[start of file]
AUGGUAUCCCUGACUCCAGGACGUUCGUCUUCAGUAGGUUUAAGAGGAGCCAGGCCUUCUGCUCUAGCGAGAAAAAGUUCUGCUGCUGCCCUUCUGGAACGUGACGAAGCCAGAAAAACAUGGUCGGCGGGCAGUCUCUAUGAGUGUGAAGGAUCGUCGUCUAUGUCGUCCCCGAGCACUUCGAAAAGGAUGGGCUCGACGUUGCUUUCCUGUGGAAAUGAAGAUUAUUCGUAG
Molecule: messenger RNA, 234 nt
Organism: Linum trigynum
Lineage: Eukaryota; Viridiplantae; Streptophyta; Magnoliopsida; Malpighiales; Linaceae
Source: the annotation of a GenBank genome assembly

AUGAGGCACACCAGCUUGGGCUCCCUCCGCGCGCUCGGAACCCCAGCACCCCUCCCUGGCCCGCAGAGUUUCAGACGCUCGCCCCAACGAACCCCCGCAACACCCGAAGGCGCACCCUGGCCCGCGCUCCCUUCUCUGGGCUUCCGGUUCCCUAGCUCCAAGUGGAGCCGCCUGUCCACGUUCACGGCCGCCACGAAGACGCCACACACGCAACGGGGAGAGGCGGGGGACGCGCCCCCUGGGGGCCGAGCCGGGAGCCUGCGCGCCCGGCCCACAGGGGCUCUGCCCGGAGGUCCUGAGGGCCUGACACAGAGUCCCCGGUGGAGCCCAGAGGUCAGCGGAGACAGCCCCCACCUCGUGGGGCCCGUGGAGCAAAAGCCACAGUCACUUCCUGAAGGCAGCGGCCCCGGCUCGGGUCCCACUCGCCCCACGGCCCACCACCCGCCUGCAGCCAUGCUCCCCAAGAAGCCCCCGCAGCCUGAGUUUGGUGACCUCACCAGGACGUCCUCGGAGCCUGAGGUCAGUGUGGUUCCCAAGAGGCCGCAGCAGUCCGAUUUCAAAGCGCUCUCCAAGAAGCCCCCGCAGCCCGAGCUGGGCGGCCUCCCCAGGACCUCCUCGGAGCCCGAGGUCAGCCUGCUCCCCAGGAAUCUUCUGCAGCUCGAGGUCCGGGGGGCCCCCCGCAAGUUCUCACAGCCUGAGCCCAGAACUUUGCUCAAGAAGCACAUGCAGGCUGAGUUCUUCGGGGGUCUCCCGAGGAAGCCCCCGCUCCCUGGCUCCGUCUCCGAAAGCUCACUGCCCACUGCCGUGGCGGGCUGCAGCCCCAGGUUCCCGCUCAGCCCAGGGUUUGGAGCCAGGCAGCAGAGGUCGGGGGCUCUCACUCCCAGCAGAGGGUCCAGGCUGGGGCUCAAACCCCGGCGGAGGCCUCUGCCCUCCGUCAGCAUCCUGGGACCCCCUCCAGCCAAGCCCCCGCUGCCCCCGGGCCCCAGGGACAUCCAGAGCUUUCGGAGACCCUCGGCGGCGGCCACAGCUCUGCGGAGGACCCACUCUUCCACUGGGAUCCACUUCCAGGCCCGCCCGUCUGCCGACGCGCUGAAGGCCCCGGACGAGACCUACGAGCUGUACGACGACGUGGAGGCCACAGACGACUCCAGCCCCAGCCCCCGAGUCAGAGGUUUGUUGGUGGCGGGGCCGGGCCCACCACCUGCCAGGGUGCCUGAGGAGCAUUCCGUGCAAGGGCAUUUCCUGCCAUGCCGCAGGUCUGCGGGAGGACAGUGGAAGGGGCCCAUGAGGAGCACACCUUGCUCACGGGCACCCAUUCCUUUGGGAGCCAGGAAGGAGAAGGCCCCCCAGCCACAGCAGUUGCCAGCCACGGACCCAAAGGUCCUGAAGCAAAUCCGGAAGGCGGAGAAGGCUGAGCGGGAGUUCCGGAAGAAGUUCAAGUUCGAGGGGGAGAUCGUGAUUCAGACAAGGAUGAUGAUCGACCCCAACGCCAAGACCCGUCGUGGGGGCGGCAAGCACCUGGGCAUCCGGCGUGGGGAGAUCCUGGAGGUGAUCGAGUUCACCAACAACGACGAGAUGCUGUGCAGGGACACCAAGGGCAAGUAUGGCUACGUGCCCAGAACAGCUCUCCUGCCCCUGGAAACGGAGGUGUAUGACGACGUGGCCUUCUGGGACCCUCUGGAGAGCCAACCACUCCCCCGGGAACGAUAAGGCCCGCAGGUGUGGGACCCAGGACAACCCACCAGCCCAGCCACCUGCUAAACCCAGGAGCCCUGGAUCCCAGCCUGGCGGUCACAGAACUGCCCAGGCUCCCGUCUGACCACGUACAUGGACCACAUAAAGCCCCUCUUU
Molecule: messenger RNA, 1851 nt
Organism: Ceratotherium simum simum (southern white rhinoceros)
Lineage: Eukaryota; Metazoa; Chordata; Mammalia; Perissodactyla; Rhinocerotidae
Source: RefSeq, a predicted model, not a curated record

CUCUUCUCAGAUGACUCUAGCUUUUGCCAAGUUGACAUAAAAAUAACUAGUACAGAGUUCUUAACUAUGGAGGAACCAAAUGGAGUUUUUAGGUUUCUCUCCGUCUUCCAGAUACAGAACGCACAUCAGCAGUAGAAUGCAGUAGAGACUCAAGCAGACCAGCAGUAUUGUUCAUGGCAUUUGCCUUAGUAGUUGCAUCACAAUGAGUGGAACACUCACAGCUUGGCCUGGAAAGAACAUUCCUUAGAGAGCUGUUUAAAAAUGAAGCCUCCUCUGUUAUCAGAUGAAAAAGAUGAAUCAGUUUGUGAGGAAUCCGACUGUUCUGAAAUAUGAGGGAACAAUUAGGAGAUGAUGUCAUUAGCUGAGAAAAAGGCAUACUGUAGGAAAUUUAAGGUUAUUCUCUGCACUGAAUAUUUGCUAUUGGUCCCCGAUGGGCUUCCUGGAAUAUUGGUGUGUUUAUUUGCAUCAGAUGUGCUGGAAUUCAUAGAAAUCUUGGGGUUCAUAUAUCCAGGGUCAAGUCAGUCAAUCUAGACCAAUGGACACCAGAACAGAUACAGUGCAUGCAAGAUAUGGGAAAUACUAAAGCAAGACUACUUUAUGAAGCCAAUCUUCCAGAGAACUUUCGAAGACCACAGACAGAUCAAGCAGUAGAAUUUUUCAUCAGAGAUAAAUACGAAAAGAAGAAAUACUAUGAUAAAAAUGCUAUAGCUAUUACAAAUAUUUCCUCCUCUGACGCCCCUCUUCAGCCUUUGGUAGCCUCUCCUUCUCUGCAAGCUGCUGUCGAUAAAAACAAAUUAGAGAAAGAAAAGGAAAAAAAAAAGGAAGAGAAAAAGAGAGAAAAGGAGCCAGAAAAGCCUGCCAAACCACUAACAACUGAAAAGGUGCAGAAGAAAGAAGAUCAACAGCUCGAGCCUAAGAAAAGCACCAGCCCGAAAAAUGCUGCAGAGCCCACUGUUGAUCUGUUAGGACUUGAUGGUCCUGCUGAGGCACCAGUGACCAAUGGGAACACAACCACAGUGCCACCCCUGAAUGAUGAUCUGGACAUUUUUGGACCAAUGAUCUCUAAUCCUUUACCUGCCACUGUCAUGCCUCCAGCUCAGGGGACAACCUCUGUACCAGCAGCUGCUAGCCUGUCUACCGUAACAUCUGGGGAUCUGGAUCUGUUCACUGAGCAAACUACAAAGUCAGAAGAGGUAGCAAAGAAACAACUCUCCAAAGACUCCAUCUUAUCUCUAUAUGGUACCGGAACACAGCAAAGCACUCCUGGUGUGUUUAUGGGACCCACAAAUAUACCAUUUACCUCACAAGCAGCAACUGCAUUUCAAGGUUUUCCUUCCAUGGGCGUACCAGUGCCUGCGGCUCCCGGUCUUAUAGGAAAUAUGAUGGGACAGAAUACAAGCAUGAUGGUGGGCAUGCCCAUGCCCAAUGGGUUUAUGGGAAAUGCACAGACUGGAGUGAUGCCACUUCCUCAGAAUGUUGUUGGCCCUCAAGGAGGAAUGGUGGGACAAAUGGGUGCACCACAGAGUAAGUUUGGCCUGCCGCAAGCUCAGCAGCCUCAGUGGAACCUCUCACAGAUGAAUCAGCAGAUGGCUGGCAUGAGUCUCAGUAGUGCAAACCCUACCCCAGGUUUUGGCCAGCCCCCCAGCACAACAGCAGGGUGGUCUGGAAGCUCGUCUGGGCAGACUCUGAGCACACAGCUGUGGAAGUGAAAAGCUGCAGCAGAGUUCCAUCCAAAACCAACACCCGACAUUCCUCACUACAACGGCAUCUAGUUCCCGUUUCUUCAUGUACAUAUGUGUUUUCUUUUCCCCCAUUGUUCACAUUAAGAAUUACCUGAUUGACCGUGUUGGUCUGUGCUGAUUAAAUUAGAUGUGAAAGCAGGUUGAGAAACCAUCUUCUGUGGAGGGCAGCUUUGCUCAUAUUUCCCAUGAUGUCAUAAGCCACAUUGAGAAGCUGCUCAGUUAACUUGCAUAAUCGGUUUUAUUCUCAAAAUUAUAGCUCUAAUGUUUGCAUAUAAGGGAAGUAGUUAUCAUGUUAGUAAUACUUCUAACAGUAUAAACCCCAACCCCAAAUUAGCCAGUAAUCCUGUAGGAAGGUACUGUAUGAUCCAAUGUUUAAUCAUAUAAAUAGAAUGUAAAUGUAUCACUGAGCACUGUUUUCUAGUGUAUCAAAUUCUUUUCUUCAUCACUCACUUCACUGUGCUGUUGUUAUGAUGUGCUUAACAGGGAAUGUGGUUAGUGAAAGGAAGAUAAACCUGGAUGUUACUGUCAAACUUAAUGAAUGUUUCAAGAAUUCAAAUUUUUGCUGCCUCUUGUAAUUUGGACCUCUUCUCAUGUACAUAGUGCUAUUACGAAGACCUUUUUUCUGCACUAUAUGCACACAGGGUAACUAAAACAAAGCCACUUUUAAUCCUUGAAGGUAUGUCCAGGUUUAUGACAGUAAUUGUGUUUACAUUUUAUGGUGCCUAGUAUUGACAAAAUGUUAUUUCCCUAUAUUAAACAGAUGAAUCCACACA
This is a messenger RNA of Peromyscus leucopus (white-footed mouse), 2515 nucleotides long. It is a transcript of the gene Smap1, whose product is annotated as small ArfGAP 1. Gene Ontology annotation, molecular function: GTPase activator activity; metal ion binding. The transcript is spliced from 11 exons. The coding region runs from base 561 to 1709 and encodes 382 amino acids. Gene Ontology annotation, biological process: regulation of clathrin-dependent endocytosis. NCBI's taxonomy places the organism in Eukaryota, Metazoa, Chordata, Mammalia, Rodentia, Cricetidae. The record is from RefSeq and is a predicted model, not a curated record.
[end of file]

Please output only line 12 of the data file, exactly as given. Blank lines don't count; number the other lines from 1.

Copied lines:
This is a messenger RNA of Peromyscus leucopus (white-footed mouse), 2515 nucleotides long. It is a transcript of the gene Smap1, whose product is annotated as small ArfGAP 1. Gene Ontology annotation, molecular function: GTPase activator activity; metal ion binding. The transcript is spliced from 11 exons. The coding region runs from base 561 to 1709 and encodes 382 amino acids. Gene Ontology annotation, biological process: regulation of clathrin-dependent endocytosis. NCBI's taxonomy places the organism in Eukaryota, Metazoa, Chordata, Mammalia, Rodentia, Cricetidae. The record is from RefSeq and is a predicted model, not a curated record.